I picked up a conversation about this book on twitter last week and was intrigued by the title. And then very grateful to be sent a copy for review. I was still so intrigued that I read it over the weekend, and had a few twitter conversations about it along the way.
It’s written in an observational or anecdotal style, but peppered with references to scholarly articles and research. The author is an American living in Paris with her British husband, and along the way, studying the differences between the parenting that she sees around her, and the parenting that she inherited and sees in her Anglophone friends and relatives.
There are many thought provoking differences. Some of them leapt out at me – particularly the idea that French babies sleep through the night from around 2 months old. I’ve never had a child sleep through from anything like that young, and the prospect of another couple of years of broken nights stretching ahead of me is depressing me horribly. So how is this achieved and is it anything I can emulate?
It appears that the process is one of leaving the baby to self soothe from around 2 months. French parents, it would seem, observe their children and their rhythms, and are aware that babies disturb every couple of hours, but if they are left to it, will soothe themselves back to sleep without assistance.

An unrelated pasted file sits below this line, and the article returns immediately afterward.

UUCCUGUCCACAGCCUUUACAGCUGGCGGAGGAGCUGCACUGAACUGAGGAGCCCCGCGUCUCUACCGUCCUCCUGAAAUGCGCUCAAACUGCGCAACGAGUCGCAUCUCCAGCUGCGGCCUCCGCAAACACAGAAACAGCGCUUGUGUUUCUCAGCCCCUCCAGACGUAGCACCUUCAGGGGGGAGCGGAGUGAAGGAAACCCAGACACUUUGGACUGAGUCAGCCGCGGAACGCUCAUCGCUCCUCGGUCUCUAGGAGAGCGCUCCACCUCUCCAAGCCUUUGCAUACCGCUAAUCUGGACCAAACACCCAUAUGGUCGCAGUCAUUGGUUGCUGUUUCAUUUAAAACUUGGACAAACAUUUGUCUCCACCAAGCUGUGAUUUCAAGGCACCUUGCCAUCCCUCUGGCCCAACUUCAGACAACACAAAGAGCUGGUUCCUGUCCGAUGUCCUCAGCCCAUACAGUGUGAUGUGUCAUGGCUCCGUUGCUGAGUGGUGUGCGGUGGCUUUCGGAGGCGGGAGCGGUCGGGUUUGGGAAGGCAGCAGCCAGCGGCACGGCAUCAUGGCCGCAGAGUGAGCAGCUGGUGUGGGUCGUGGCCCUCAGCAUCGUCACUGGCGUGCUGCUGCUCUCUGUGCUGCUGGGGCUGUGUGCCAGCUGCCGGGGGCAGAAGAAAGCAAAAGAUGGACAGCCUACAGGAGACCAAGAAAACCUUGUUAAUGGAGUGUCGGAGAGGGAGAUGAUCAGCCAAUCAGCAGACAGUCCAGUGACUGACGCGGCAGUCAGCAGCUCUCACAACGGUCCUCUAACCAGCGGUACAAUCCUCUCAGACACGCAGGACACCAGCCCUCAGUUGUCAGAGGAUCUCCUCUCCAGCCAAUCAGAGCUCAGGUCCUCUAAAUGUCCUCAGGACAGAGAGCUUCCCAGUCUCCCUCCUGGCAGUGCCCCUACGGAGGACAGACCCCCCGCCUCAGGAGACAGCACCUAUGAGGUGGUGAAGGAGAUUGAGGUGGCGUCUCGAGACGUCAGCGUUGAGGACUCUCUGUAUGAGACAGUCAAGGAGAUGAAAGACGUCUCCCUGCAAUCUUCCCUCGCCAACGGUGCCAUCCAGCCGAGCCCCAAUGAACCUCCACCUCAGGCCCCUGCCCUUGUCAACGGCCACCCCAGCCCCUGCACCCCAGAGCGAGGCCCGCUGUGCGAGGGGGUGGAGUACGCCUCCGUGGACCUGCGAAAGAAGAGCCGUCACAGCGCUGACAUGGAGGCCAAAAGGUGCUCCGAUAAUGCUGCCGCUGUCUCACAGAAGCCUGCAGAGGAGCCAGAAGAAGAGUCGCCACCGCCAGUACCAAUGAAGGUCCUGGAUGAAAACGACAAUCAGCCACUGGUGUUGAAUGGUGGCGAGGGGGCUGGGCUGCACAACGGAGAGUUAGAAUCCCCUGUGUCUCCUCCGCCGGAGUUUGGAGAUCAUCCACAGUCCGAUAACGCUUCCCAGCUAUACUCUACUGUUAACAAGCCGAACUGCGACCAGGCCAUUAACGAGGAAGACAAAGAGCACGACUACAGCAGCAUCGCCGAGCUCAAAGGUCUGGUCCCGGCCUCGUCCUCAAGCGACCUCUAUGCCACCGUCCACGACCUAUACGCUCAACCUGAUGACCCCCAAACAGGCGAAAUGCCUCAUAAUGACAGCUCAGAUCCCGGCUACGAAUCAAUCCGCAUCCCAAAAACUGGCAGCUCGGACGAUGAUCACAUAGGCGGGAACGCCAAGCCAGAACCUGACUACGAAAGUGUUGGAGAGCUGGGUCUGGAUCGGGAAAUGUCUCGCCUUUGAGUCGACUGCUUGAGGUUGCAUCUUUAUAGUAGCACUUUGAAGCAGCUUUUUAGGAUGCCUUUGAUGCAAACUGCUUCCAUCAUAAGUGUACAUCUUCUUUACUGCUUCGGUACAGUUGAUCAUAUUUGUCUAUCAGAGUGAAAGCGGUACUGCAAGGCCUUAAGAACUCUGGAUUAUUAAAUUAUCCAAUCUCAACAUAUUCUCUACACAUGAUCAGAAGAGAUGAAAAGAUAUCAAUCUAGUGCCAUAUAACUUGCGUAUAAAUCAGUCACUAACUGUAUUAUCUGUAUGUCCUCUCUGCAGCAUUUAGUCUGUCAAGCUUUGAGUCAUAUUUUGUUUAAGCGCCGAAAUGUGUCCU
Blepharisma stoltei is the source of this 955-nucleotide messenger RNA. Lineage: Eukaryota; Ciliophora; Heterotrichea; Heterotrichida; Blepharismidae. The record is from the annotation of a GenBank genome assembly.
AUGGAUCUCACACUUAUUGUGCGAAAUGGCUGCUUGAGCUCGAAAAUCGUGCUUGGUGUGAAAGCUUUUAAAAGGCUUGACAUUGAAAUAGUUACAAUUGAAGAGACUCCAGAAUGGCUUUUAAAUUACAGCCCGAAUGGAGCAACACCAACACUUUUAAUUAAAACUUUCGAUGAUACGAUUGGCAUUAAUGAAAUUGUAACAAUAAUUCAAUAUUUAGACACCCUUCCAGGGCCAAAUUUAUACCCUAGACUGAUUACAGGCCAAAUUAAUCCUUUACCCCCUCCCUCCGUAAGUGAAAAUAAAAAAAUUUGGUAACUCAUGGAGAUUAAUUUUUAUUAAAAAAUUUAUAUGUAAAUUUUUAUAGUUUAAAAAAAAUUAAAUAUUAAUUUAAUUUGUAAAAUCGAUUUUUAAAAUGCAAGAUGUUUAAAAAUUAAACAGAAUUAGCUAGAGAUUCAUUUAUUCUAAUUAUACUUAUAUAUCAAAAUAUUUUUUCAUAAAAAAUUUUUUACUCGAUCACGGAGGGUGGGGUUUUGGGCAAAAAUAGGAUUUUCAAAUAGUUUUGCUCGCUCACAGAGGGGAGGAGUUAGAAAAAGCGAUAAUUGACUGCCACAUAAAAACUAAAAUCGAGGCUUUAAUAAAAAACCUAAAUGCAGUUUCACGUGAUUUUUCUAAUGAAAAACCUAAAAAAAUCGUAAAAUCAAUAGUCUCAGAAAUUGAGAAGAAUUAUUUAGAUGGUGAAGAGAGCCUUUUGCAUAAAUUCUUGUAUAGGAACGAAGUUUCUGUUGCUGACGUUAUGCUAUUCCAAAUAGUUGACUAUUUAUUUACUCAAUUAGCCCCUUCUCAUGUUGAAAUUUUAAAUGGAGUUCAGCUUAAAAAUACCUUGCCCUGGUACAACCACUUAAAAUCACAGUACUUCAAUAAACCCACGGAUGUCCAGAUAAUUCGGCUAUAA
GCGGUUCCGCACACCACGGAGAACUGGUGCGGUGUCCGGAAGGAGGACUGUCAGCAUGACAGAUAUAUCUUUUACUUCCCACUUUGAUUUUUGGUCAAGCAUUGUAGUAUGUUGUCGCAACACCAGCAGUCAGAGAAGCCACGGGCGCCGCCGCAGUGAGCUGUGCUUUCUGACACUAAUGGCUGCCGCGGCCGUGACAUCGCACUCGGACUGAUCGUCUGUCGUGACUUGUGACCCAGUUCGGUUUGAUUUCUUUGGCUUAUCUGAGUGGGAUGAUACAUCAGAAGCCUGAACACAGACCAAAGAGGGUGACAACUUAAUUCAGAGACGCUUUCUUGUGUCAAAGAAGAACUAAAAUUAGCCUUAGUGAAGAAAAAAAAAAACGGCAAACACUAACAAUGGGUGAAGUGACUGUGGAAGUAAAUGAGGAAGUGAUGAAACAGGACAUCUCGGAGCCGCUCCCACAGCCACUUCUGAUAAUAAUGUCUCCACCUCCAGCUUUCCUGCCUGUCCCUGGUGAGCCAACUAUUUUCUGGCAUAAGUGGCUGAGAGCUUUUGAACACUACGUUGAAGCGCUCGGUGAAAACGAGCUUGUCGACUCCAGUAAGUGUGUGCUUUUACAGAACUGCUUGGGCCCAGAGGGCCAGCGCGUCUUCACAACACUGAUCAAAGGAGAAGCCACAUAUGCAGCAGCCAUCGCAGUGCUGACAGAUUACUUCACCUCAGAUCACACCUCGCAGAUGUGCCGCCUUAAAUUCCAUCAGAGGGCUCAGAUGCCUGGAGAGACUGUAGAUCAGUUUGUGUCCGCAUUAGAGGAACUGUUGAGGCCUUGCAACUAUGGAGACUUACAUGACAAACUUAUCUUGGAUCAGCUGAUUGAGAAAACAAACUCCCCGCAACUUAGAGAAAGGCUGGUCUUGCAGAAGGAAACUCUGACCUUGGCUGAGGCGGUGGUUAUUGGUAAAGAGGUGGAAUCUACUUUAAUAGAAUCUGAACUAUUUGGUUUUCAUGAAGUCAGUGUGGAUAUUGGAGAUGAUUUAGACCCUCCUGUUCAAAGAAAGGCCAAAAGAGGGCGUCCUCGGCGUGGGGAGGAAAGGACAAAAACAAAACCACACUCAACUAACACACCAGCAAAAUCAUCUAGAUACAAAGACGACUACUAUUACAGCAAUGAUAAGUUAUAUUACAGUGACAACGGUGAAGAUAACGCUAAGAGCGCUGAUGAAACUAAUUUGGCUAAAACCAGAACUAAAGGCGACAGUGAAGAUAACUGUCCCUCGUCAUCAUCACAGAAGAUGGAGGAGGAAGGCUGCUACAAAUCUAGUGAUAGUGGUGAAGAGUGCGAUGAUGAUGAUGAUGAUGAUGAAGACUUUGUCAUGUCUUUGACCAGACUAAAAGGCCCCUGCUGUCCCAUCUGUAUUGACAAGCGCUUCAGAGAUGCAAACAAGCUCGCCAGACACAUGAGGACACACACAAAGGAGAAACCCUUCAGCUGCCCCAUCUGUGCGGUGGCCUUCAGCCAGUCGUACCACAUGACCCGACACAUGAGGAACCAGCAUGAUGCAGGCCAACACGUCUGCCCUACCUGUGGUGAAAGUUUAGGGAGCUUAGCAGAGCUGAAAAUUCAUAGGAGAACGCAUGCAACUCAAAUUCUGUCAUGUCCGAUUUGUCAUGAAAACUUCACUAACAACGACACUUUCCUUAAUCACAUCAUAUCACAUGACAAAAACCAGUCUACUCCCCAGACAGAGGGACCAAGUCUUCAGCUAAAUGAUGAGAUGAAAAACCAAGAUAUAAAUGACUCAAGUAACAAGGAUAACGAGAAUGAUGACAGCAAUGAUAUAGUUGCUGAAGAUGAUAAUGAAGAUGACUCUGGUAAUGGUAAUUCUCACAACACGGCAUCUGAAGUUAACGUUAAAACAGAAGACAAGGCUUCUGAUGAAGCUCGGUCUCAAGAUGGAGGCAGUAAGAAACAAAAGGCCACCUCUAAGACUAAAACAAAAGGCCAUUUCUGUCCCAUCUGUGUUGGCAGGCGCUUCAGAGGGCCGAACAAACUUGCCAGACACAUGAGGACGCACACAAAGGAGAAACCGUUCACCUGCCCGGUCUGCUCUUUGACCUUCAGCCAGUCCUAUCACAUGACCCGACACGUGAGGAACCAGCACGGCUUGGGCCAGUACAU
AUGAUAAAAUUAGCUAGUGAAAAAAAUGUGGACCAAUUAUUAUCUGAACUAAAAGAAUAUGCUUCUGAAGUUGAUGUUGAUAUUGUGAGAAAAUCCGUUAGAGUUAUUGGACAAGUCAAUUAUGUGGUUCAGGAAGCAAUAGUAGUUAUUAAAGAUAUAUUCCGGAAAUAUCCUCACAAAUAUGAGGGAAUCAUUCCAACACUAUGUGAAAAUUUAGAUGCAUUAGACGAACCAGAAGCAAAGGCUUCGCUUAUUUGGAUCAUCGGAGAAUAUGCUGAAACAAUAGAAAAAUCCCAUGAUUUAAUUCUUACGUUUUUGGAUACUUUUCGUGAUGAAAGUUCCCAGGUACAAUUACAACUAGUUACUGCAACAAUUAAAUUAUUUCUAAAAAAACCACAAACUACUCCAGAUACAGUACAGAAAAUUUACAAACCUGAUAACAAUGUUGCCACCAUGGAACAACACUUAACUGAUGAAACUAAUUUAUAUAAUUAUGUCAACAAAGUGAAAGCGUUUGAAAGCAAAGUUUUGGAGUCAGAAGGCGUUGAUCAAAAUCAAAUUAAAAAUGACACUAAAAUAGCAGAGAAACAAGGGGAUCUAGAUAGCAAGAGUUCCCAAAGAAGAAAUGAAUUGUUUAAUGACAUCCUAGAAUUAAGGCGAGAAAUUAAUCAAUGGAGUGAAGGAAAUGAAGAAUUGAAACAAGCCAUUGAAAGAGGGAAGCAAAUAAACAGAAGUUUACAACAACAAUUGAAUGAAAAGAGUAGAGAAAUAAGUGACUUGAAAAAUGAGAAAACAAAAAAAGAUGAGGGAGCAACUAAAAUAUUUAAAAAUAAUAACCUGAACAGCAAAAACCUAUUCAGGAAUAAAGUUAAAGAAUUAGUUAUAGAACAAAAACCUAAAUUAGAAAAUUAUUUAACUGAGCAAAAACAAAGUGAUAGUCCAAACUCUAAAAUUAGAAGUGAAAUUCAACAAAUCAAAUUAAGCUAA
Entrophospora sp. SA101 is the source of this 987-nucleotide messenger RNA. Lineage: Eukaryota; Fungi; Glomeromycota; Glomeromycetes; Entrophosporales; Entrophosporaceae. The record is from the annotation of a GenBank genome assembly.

This however, contradicts everything I know about how you maintain a good breastfeeding relationship – as I understand it those middle of the night feeds are very important for building supply. Which leads to a second point – apparently breastfeeding isn’t big in Paris. I can’t find stats for this online, but it’s stated in the book that French women just aren’t hung up on it – they see formula as just as good in the developed world as breastmilk, and can’t quite see why someone would beat themselves up over it.
I’d like to look into this further. There are things about French parenting that sound like a fantastic idea – not least the suggestion that French children eat proper food pretty much from scratch. I can see how this is achieved – Smallest has a far wider range of acceptable foods simply by having been fed pretty much whatever we were eating, and from sitting up at the table with us from early on. I’ve never seen her throwing food either – she managed to knock her bowl off the table a couple of nights ago and it’s the first time I can recall her doing so pretty much ever.
All in all, I found this an absolutely fascinating recounting of our nearest neighbours and how they parent – with some tips that I’ll be considering further, but I’d also like to research some of the counterpoints further. I’d love a sleeping baby, but not if it jeopardises breastfeeding. As far as I’m concerned, that’s always been my parenting line in the sand.